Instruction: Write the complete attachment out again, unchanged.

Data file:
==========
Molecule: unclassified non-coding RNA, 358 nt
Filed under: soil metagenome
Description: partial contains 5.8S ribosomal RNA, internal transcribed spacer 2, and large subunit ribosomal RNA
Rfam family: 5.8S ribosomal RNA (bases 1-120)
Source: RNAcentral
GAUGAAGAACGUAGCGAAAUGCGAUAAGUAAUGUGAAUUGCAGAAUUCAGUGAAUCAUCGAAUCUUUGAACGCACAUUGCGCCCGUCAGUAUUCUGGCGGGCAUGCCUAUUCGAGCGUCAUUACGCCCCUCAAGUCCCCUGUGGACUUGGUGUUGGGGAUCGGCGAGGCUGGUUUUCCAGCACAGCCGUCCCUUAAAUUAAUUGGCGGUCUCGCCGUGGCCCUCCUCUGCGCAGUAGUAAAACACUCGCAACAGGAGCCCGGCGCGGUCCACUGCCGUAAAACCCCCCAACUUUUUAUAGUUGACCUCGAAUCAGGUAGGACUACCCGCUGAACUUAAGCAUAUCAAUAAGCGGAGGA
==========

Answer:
Molecule: unclassified non-coding RNA, 358 nt
Filed under: soil metagenome
Description: partial contains 5.8S ribosomal RNA, internal transcribed spacer 2, and large subunit ribosomal RNA
Rfam family: 5.8S ribosomal RNA (bases 1-120)
Source: RNAcentral
GAUGAAGAACGUAGCGAAAUGCGAUAAGUAAUGUGAAUUGCAGAAUUCAGUGAAUCAUCGAAUCUUUGAACGCACAUUGCGCCCGUCAGUAUUCUGGCGGGCAUGCCUAUUCGAGCGUCAUUACGCCCCUCAAGUCCCCUGUGGACUUGGUGUUGGGGAUCGGCGAGGCUGGUUUUCCAGCACAGCCGUCCCUUAAAUUAAUUGGCGGUCUCGCCGUGGCCCUCCUCUGCGCAGUAGUAAAACACUCGCAACAGGAGCCCGGCGCGGUCCACUGCCGUAAAACCCCCCAACUUUUUAUAGUUGACCUCGAAUCAGGUAGGACUACCCGCUGAACUUAAGCAUAUCAAUAAGCGGAGGA